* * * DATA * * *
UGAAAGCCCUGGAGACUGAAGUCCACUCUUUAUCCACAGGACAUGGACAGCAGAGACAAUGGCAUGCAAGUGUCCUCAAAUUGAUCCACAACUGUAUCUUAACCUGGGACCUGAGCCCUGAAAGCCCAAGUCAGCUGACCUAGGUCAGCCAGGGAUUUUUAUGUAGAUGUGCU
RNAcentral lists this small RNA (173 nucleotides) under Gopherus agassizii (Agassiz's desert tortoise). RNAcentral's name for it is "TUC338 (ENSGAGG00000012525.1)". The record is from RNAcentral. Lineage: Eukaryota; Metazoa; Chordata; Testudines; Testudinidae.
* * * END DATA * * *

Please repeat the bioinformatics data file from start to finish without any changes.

UGAAAGCCCUGGAGACUGAAGUCCACUCUUUAUCCACAGGACAUGGACAGCAGAGACAAUGGCAUGCAAGUGUCCUCAAAUUGAUCCACAACUGUAUCUUAACCUGGGACCUGAGCCCUGAAAGCCCAAGUCAGCUGACCUAGGUCAGCCAGGGAUUUUUAUGUAGAUGUGCU
RNAcentral lists this small RNA (173 nucleotides) under Gopherus agassizii (Agassiz's desert tortoise). RNAcentral's name for it is "TUC338 (ENSGAGG00000012525.1)". The record is from RNAcentral. Lineage: Eukaryota; Metazoa; Chordata; Testudines; Testudinidae.